“Don’t Breathe 2” is a sequel to the 2016 horror movie, which was a surprise hit. The movie follows a group of thieves who break into the house of an old woman and steal from her. When they discover that she’s blind, they take turns going in after each other to see who can get out first.
Norman Nordstrom (Stephen Lang) is a serial murderer and sexual predator who abducted a female victim after his daughter died in a car accident, impregnated her with a turkey bottle cap, and imprisoned her in his basement to conceive what he believed was his replacement child. In Fede Alvarez’s 2016 film Don’t Breathe, he’s half tragedy-plagued Gulf War veteran and part fairytale monster, and a human version of Pan’s Labyrinth’s Pale Man, who’s almost freakishly strong and fierce. He’s blind, but he utilizes his other senses to hunt down three would-be thieves who break into his house, thinking he’ll be an easy prey, only to find that he’s a terrifying adversary. Only one of the three survives the film’s conclusion, and she is on the verge of becoming Norman’s next prisoner.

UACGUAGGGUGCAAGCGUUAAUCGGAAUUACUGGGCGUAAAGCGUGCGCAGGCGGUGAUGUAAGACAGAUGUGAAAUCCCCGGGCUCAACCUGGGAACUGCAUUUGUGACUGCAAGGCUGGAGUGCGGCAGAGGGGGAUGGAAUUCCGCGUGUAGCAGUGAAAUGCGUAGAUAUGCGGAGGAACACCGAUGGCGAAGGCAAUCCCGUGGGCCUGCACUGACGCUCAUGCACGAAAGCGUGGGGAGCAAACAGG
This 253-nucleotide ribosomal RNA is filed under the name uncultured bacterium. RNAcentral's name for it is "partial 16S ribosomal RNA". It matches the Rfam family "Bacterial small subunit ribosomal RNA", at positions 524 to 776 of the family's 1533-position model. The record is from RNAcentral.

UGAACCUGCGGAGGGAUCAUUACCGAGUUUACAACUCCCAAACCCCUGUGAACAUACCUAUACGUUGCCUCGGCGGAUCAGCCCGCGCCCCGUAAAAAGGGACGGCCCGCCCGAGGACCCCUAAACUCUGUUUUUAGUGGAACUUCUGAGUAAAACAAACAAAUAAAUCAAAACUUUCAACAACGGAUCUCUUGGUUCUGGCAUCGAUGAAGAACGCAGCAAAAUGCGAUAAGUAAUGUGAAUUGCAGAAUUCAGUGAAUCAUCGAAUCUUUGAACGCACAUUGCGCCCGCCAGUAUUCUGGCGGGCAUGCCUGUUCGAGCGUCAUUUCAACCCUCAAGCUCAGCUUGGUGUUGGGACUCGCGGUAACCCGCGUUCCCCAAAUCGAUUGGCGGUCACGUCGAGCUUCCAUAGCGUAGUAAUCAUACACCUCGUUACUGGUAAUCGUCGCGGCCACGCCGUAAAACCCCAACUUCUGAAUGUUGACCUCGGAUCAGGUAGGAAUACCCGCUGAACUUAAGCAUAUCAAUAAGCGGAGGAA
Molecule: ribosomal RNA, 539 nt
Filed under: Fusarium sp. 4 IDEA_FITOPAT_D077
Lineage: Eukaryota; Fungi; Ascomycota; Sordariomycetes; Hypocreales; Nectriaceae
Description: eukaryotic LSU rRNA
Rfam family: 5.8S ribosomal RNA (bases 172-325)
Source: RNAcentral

Norman survives as well, although it’s disconcerting to watch him rise to the role of main man in the mediocre but amusing Don’t Breathe 2. He’s not only a cold-blooded murderer; he considers women to be unknowing human breeders in the most literal sense, justifying himself by saying, “I never forced myself on her.” He has just enough real-world ugliness to keep you from calling him an anti-hero, but he’s “not a hero on this one, not even an anti-hero,” as Alvarez pointed out on Twitter.
Norman gets the sort of child-endangerment narrative typically associated with atonement, according to Alvarez, who handed the sequel’s directorial responsibilities to his Don’t Breathe co-writer Rodo Sayagues.